Trevor Trainor, MASc, Jonathan Smegal, MASc, and John Straube, PEng, PhD (RDH), and Anil Parekh (Natural Resources Canada)
The wall system is a key component of an energy-efficient building. Incremental increases in building enclosure insulation levels have resulted in reduced heat loss and space heating loads. However, there are challenges that arise, including changes in the construction process and concerns about the long-term durability of these new assemblies. Of primary concern are the effects of higher insulation levels on the overall moisture performance and durability of the building enclosure. In the past, some practitioners and designers have resisted the use of low permeability exterior insulation as part of a high R-value wall system because of the concern that it will reduce drying and result in moisture accumulation within the wall system. An alternative approach to achieving high R-values is to use thick (20–50 cm [8–20 in.]) cavity spaces filled with insulation. A field study was conducted of four full-scale high-R (approximately R-30 effective) wall assemblies and one standard wall (for comparison), on both the north and south orientation, using both exterior insulation construction and thick insulation-filled wall systems. The study was performed in Waterloo, Ontario, which is on the border of IECC Climate Zones 5 and 6. The measured moisture performance data from the full-scale test walls along with interior and exterior boundary conditions was used to validate a hygrothermal model for the testing location. The model was then used to predict performance in Climate Zones 4 through 8. Both the field measurements and hygrothermal modeling demonstrated that exterior-insulated walls were much more tolerant to cold weather moisture accumulation as a result of interior air leakage into the assembly than thick cavity-insulated walls. There was also correlation between measurements and hygrothermal modeling on the slow drying of the wood sheathing following a rain leak with low permeance exterior insulation and interior vapor barrier. However, when the interior vapor barrier layer was removed, the assembly dried much more quickly. Both the field measurements and hygrothermal analysis from this study showed that the least risky wall with respect to moisture-related durability issues was an exterior-insulated wall with sufficient exterior insulation to allow a Class II or Class III vapor control layer to be used on the interior.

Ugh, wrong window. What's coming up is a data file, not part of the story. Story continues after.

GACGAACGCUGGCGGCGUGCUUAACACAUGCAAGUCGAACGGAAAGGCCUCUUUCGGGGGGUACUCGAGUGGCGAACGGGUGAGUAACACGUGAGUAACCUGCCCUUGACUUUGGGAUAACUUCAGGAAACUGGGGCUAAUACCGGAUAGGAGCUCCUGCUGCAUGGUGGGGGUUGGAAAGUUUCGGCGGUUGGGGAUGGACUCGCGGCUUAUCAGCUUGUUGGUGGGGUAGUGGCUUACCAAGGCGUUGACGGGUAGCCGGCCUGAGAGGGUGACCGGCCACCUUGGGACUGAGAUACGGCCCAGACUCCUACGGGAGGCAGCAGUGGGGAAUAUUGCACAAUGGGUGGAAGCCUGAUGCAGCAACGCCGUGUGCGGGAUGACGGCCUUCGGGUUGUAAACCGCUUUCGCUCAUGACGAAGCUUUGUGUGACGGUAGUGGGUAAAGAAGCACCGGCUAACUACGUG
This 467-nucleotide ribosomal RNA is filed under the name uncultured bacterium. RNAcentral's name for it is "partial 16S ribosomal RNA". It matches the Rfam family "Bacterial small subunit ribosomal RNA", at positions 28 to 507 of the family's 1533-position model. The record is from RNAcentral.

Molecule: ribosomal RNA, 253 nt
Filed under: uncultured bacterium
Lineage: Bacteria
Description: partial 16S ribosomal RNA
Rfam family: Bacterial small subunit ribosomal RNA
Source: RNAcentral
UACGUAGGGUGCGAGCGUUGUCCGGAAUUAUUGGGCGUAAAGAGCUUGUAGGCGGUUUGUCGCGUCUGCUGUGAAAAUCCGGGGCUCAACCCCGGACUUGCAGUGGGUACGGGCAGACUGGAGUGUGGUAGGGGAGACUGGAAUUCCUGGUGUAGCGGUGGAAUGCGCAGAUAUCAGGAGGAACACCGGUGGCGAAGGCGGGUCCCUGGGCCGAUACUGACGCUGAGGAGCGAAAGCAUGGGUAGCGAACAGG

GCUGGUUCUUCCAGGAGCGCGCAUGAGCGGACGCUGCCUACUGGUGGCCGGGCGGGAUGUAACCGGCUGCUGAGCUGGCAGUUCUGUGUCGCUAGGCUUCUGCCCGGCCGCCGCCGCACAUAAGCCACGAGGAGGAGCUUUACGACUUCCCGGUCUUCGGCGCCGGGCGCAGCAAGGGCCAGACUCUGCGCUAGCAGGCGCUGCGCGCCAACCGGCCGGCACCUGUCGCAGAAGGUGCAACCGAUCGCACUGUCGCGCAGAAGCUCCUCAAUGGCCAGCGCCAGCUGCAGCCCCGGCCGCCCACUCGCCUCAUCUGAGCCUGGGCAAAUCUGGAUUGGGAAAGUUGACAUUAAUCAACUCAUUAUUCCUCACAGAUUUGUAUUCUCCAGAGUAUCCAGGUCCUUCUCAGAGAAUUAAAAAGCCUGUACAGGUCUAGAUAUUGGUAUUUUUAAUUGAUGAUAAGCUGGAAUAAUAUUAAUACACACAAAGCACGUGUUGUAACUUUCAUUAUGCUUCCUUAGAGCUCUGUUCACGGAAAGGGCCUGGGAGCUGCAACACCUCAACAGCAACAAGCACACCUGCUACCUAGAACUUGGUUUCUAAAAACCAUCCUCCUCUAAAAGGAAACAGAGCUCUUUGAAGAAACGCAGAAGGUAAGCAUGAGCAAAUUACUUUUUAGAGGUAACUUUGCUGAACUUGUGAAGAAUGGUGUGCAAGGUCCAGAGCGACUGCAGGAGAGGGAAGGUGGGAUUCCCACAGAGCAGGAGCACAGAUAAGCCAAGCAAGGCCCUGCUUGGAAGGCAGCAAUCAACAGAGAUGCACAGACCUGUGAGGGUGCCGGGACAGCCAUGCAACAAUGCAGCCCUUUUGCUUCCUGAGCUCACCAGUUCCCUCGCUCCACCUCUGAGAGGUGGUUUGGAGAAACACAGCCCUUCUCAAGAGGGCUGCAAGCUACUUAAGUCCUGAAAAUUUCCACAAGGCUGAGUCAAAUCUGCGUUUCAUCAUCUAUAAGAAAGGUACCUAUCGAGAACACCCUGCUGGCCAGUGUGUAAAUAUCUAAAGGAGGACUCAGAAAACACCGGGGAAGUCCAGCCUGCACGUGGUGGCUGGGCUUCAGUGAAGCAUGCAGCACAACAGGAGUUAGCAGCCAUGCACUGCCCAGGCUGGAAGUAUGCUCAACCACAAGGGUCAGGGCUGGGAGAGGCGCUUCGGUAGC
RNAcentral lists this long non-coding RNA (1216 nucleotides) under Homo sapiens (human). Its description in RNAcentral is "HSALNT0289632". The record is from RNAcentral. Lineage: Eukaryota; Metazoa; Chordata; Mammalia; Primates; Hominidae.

Note: This article was published in Proceedings of Buildings XIII, 2016. Copyright 2016 ASHRAE. Reprinted by permission at buildingsciencelabs.com. This article may not be copied and/or distributed electronically or in paper form without permission of ASHRAE. For more information about the Buildings XIII Conference Proceedings, visit http://web.ornl.gov/sci/buildings/2016/proceedings/.